Similar cuts in other services will leave many residents, especially the elderly, fearing a trip to their local GP surgery. Less than 65 per cent of rural residents live within 4km of a surgery and many do not possess a car. Meanwhile, the government is pushing ahead with phasing out the minimum practice income, which subsidises small GP surgeries, and this may force many rural practices to close. 

There was also little in the manifesto to suspect the Tories are going to act to resolve the housing crisis affecting local people in rural communities. 

The Tories oversaw the lowest levels of peacetime housebuilding in almost a century. As the better off bought second homes in the countryside this made houses completely unaffordable for the majority. The number of new, affordable rented homes being built by councils and housing associations was far too low. Yet now the Tories are threatening to force these associations to make them available for sale at heavily discounted prices. Even the Liberal Democrats were opposed at this idea when it was proposed during the general election with Lord Paddick saying the move would result in "longer waiting lists for homes and fewer social houses."

The Lib Dems, of course, rarely, perhaps ever, offer a serious threat to the Tories. It was Nick Clegg’s lot that assisted the Tories with their biggest attack on the countryside. The long-standing Agricultural Wages Board (AWB) was the best protection that rural workers had against poor wages and conditions. Whilst it will continue in Scotland, Northern Ireland and, thanks to Welsh Labour, in a slightly revised form, in Wales, English workers wages are no longer protected. 

It is estimated that the AWB abolition will see farm workers in England annually lose around £24 million. This was money that would have been spent locally to boost local trade and businesses. 

The long-term damage of the AWB going cannot be underestimated. Why would young people decide on a career in farming or agriculture when all they can expect is rotten pay, poor working conditions and no decent, on-ongoing training? Yet the average age of farmers is already in the late 50s.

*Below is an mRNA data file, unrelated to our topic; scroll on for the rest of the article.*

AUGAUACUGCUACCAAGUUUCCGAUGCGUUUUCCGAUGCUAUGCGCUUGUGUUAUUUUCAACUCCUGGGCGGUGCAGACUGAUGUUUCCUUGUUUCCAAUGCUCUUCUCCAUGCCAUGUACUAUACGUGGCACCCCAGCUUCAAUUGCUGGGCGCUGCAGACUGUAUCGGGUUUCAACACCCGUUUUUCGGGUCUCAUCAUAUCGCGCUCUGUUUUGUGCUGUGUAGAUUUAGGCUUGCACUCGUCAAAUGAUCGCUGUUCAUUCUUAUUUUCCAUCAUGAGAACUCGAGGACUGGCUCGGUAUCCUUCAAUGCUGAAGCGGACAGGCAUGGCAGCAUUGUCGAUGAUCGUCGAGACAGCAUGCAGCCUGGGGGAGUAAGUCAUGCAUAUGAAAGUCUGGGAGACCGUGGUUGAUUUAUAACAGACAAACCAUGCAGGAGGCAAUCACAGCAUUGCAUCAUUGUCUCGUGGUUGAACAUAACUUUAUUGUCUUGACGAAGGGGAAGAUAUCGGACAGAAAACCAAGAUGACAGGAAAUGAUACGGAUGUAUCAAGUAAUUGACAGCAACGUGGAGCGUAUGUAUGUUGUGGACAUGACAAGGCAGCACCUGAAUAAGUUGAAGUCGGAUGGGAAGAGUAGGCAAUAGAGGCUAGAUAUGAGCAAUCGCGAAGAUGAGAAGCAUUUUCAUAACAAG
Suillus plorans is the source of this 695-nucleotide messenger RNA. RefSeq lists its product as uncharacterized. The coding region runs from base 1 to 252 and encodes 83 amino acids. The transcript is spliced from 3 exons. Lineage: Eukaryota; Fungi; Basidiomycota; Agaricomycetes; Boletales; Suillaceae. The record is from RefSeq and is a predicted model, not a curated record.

Meanwhile, of course, cuts to staffing levels at the Forestry Commission (FC) have been severe and have reduced the services this great institution provides at just 39p per person. Are further cuts part of a plan to eventually convince the public that the FC should go? Let’s hope not. Yet, somewhere in the near future who would bet against the Tories returning to plans to sell off our forests?

The coalition government during its term in office attacked agricultural workers' heath and safety conditions with business secretary Vince Cable outlawing proactive Health and Safety Executive inspections in many areas of the economy including agriculture. Cable claimed this would "remove unnecessary red tape and put common sense back into health and safety whilst reducing business costs." All it did do was help ensure that agriculture continued as the most dangerous and deadly sector to work in and that Britain's green fields remained the killing fields.

This is certainly now going to be the case as many Tory MPs are also keen fox hunters and desperately want to see the animal ripped apart in the name of sport. Cameron has thus promised them blood. He will be introducing a free vote on repealing the ban on hunting with dogs that was introduced by the Labour government at the start of the twentieth century. The struggle to prevent fox hunting returning may lay down a marker as to whether the Tories can expect significant opposition to their reactionary plans to attack ordinary people in rural communities. Instead of Tally Ho, how about HERE WE GO!